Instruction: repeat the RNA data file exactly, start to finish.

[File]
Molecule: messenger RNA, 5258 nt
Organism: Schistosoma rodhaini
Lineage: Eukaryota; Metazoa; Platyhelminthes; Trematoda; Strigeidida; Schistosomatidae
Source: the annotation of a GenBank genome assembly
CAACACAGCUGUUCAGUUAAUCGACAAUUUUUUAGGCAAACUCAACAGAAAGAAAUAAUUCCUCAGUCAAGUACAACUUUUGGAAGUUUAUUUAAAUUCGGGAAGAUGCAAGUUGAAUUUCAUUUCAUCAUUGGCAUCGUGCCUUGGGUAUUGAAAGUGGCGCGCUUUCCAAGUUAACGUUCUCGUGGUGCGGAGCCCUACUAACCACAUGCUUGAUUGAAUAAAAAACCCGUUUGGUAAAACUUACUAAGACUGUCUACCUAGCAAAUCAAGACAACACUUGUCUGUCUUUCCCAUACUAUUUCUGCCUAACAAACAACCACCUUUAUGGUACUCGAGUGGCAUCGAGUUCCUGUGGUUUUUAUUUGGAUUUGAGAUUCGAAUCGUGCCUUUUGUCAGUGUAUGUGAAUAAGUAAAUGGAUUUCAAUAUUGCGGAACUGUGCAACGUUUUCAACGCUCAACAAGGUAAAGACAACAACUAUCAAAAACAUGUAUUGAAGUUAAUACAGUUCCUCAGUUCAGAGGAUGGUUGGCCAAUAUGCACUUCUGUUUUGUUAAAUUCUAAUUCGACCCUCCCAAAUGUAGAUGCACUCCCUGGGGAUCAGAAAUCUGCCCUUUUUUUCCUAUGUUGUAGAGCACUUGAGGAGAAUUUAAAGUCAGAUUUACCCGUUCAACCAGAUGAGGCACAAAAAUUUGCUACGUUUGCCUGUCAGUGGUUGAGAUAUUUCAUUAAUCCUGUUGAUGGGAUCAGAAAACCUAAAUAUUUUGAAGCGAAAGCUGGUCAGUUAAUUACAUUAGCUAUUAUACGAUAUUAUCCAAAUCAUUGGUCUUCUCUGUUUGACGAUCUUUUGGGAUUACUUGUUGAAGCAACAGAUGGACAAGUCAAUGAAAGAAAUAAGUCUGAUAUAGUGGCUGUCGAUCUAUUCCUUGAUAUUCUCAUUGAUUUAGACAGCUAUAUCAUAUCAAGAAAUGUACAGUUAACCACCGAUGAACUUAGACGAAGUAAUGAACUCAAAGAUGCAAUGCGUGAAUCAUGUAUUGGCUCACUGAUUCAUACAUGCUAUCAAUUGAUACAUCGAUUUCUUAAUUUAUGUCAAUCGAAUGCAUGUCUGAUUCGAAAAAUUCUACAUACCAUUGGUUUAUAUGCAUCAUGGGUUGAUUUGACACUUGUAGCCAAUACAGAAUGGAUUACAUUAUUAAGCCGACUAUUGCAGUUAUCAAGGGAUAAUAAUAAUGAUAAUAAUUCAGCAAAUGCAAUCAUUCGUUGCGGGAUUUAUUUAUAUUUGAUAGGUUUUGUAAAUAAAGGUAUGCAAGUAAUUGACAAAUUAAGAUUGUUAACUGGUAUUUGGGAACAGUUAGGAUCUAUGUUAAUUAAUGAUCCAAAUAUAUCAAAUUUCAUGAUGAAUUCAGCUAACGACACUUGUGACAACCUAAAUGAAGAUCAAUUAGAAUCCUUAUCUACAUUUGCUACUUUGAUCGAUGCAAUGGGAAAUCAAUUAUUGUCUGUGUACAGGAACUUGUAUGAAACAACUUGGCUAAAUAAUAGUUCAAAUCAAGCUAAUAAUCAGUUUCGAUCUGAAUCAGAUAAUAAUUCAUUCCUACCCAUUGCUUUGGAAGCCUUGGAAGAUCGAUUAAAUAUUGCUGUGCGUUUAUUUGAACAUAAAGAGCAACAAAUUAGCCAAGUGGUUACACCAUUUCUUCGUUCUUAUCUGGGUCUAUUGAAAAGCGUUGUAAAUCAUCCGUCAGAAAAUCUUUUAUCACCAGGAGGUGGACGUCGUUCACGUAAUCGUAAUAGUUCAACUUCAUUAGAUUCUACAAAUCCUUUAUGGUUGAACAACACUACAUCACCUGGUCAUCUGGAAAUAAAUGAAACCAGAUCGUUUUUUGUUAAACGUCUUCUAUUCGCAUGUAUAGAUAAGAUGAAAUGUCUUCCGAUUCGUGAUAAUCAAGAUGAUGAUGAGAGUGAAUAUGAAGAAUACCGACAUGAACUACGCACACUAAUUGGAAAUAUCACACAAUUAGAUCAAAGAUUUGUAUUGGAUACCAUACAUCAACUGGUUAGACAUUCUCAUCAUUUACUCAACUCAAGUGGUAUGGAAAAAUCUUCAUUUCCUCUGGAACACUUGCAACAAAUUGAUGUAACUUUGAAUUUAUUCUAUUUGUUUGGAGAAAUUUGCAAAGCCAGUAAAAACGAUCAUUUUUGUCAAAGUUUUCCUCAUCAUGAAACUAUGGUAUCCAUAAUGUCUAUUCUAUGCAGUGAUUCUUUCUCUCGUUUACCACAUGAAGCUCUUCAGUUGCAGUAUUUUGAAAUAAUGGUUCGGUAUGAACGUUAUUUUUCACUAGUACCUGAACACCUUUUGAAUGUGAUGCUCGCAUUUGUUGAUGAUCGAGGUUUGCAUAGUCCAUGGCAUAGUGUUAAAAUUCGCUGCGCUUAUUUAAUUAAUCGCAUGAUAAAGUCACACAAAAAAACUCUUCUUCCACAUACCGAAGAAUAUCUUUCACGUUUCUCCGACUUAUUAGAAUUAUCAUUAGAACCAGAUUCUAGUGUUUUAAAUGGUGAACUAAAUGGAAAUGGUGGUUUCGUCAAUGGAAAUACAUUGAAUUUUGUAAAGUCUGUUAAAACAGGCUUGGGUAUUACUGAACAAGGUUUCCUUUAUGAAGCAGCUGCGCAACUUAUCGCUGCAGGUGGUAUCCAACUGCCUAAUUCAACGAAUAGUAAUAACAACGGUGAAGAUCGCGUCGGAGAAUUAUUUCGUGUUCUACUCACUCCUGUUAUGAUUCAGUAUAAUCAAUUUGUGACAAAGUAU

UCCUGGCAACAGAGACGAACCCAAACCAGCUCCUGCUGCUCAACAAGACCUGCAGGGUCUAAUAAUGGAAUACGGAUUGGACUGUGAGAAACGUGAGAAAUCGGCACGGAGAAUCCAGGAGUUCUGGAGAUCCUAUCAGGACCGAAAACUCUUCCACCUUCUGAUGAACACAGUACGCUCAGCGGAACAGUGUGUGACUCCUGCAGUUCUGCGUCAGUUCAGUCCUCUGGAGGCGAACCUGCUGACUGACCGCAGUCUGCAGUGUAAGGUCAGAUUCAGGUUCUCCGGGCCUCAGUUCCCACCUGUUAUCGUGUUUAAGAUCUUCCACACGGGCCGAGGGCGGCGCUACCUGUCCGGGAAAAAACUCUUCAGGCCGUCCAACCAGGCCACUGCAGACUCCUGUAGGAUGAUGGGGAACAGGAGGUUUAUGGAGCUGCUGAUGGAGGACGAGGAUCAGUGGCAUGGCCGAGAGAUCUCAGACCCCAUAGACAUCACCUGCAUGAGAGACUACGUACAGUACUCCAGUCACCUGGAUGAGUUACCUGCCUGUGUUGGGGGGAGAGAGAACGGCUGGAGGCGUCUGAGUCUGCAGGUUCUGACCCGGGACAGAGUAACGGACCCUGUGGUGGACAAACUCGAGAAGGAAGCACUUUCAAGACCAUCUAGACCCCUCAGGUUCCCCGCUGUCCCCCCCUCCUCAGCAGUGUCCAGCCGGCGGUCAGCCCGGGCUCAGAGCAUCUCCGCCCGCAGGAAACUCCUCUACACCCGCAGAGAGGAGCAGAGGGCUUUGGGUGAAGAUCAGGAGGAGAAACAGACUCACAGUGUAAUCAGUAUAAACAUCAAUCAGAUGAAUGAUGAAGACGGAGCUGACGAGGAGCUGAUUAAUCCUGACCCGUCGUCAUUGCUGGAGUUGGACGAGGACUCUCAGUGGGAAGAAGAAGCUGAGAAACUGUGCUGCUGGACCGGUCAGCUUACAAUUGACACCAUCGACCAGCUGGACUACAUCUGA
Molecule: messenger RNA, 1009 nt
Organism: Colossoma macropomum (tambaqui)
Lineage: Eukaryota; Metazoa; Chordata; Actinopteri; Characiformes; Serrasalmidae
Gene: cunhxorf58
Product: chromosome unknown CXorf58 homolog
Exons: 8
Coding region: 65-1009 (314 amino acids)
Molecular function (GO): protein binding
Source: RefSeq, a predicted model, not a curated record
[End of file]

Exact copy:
Molecule: messenger RNA, 5258 nt
Organism: Schistosoma rodhaini
Lineage: Eukaryota; Metazoa; Platyhelminthes; Trematoda; Strigeidida; Schistosomatidae
Source: the annotation of a GenBank genome assembly
CAACACAGCUGUUCAGUUAAUCGACAAUUUUUUAGGCAAACUCAACAGAAAGAAAUAAUUCCUCAGUCAAGUACAACUUUUGGAAGUUUAUUUAAAUUCGGGAAGAUGCAAGUUGAAUUUCAUUUCAUCAUUGGCAUCGUGCCUUGGGUAUUGAAAGUGGCGCGCUUUCCAAGUUAACGUUCUCGUGGUGCGGAGCCCUACUAACCACAUGCUUGAUUGAAUAAAAAACCCGUUUGGUAAAACUUACUAAGACUGUCUACCUAGCAAAUCAAGACAACACUUGUCUGUCUUUCCCAUACUAUUUCUGCCUAACAAACAACCACCUUUAUGGUACUCGAGUGGCAUCGAGUUCCUGUGGUUUUUAUUUGGAUUUGAGAUUCGAAUCGUGCCUUUUGUCAGUGUAUGUGAAUAAGUAAAUGGAUUUCAAUAUUGCGGAACUGUGCAACGUUUUCAACGCUCAACAAGGUAAAGACAACAACUAUCAAAAACAUGUAUUGAAGUUAAUACAGUUCCUCAGUUCAGAGGAUGGUUGGCCAAUAUGCACUUCUGUUUUGUUAAAUUCUAAUUCGACCCUCCCAAAUGUAGAUGCACUCCCUGGGGAUCAGAAAUCUGCCCUUUUUUUCCUAUGUUGUAGAGCACUUGAGGAGAAUUUAAAGUCAGAUUUACCCGUUCAACCAGAUGAGGCACAAAAAUUUGCUACGUUUGCCUGUCAGUGGUUGAGAUAUUUCAUUAAUCCUGUUGAUGGGAUCAGAAAACCUAAAUAUUUUGAAGCGAAAGCUGGUCAGUUAAUUACAUUAGCUAUUAUACGAUAUUAUCCAAAUCAUUGGUCUUCUCUGUUUGACGAUCUUUUGGGAUUACUUGUUGAAGCAACAGAUGGACAAGUCAAUGAAAGAAAUAAGUCUGAUAUAGUGGCUGUCGAUCUAUUCCUUGAUAUUCUCAUUGAUUUAGACAGCUAUAUCAUAUCAAGAAAUGUACAGUUAACCACCGAUGAACUUAGACGAAGUAAUGAACUCAAAGAUGCAAUGCGUGAAUCAUGUAUUGGCUCACUGAUUCAUACAUGCUAUCAAUUGAUACAUCGAUUUCUUAAUUUAUGUCAAUCGAAUGCAUGUCUGAUUCGAAAAAUUCUACAUACCAUUGGUUUAUAUGCAUCAUGGGUUGAUUUGACACUUGUAGCCAAUACAGAAUGGAUUACAUUAUUAAGCCGACUAUUGCAGUUAUCAAGGGAUAAUAAUAAUGAUAAUAAUUCAGCAAAUGCAAUCAUUCGUUGCGGGAUUUAUUUAUAUUUGAUAGGUUUUGUAAAUAAAGGUAUGCAAGUAAUUGACAAAUUAAGAUUGUUAACUGGUAUUUGGGAACAGUUAGGAUCUAUGUUAAUUAAUGAUCCAAAUAUAUCAAAUUUCAUGAUGAAUUCAGCUAACGACACUUGUGACAACCUAAAUGAAGAUCAAUUAGAAUCCUUAUCUACAUUUGCUACUUUGAUCGAUGCAAUGGGAAAUCAAUUAUUGUCUGUGUACAGGAACUUGUAUGAAACAACUUGGCUAAAUAAUAGUUCAAAUCAAGCUAAUAAUCAGUUUCGAUCUGAAUCAGAUAAUAAUUCAUUCCUACCCAUUGCUUUGGAAGCCUUGGAAGAUCGAUUAAAUAUUGCUGUGCGUUUAUUUGAACAUAAAGAGCAACAAAUUAGCCAAGUGGUUACACCAUUUCUUCGUUCUUAUCUGGGUCUAUUGAAAAGCGUUGUAAAUCAUCCGUCAGAAAAUCUUUUAUCACCAGGAGGUGGACGUCGUUCACGUAAUCGUAAUAGUUCAACUUCAUUAGAUUCUACAAAUCCUUUAUGGUUGAACAACACUACAUCACCUGGUCAUCUGGAAAUAAAUGAAACCAGAUCGUUUUUUGUUAAACGUCUUCUAUUCGCAUGUAUAGAUAAGAUGAAAUGUCUUCCGAUUCGUGAUAAUCAAGAUGAUGAUGAGAGUGAAUAUGAAGAAUACCGACAUGAACUACGCACACUAAUUGGAAAUAUCACACAAUUAGAUCAAAGAUUUGUAUUGGAUACCAUACAUCAACUGGUUAGACAUUCUCAUCAUUUACUCAACUCAAGUGGUAUGGAAAAAUCUUCAUUUCCUCUGGAACACUUGCAACAAAUUGAUGUAACUUUGAAUUUAUUCUAUUUGUUUGGAGAAAUUUGCAAAGCCAGUAAAAACGAUCAUUUUUGUCAAAGUUUUCCUCAUCAUGAAACUAUGGUAUCCAUAAUGUCUAUUCUAUGCAGUGAUUCUUUCUCUCGUUUACCACAUGAAGCUCUUCAGUUGCAGUAUUUUGAAAUAAUGGUUCGGUAUGAACGUUAUUUUUCACUAGUACCUGAACACCUUUUGAAUGUGAUGCUCGCAUUUGUUGAUGAUCGAGGUUUGCAUAGUCCAUGGCAUAGUGUUAAAAUUCGCUGCGCUUAUUUAAUUAAUCGCAUGAUAAAGUCACACAAAAAAACUCUUCUUCCACAUACCGAAGAAUAUCUUUCACGUUUCUCCGACUUAUUAGAAUUAUCAUUAGAACCAGAUUCUAGUGUUUUAAAUGGUGAACUAAAUGGAAAUGGUGGUUUCGUCAAUGGAAAUACAUUGAAUUUUGUAAAGUCUGUUAAAACAGGCUUGGGUAUUACUGAACAAGGUUUCCUUUAUGAAGCAGCUGCGCAACUUAUCGCUGCAGGUGGUAUCCAACUGCCUAAUUCAACGAAUAGUAAUAACAACGGUGAAGAUCGCGUCGGAGAAUUAUUUCGUGUUCUACUCACUCCUGUUAUGAUUCAGUAUAAUCAAUUUGUGACAAAGUAU

UCCUGGCAACAGAGACGAACCCAAACCAGCUCCUGCUGCUCAACAAGACCUGCAGGGUCUAAUAAUGGAAUACGGAUUGGACUGUGAGAAACGUGAGAAAUCGGCACGGAGAAUCCAGGAGUUCUGGAGAUCCUAUCAGGACCGAAAACUCUUCCACCUUCUGAUGAACACAGUACGCUCAGCGGAACAGUGUGUGACUCCUGCAGUUCUGCGUCAGUUCAGUCCUCUGGAGGCGAACCUGCUGACUGACCGCAGUCUGCAGUGUAAGGUCAGAUUCAGGUUCUCCGGGCCUCAGUUCCCACCUGUUAUCGUGUUUAAGAUCUUCCACACGGGCCGAGGGCGGCGCUACCUGUCCGGGAAAAAACUCUUCAGGCCGUCCAACCAGGCCACUGCAGACUCCUGUAGGAUGAUGGGGAACAGGAGGUUUAUGGAGCUGCUGAUGGAGGACGAGGAUCAGUGGCAUGGCCGAGAGAUCUCAGACCCCAUAGACAUCACCUGCAUGAGAGACUACGUACAGUACUCCAGUCACCUGGAUGAGUUACCUGCCUGUGUUGGGGGGAGAGAGAACGGCUGGAGGCGUCUGAGUCUGCAGGUUCUGACCCGGGACAGAGUAACGGACCCUGUGGUGGACAAACUCGAGAAGGAAGCACUUUCAAGACCAUCUAGACCCCUCAGGUUCCCCGCUGUCCCCCCCUCCUCAGCAGUGUCCAGCCGGCGGUCAGCCCGGGCUCAGAGCAUCUCCGCCCGCAGGAAACUCCUCUACACCCGCAGAGAGGAGCAGAGGGCUUUGGGUGAAGAUCAGGAGGAGAAACAGACUCACAGUGUAAUCAGUAUAAACAUCAAUCAGAUGAAUGAUGAAGACGGAGCUGACGAGGAGCUGAUUAAUCCUGACCCGUCGUCAUUGCUGGAGUUGGACGAGGACUCUCAGUGGGAAGAAGAAGCUGAGAAACUGUGCUGCUGGACCGGUCAGCUUACAAUUGACACCAUCGACCAGCUGGACUACAUCUGA
Molecule: messenger RNA, 1009 nt
Organism: Colossoma macropomum (tambaqui)
Lineage: Eukaryota; Metazoa; Chordata; Actinopteri; Characiformes; Serrasalmidae
Gene: cunhxorf58
Product: chromosome unknown CXorf58 homolog
Exons: 8
Coding region: 65-1009 (314 amino acids)
Molecular function (GO): protein binding
Source: RefSeq, a predicted model, not a curated record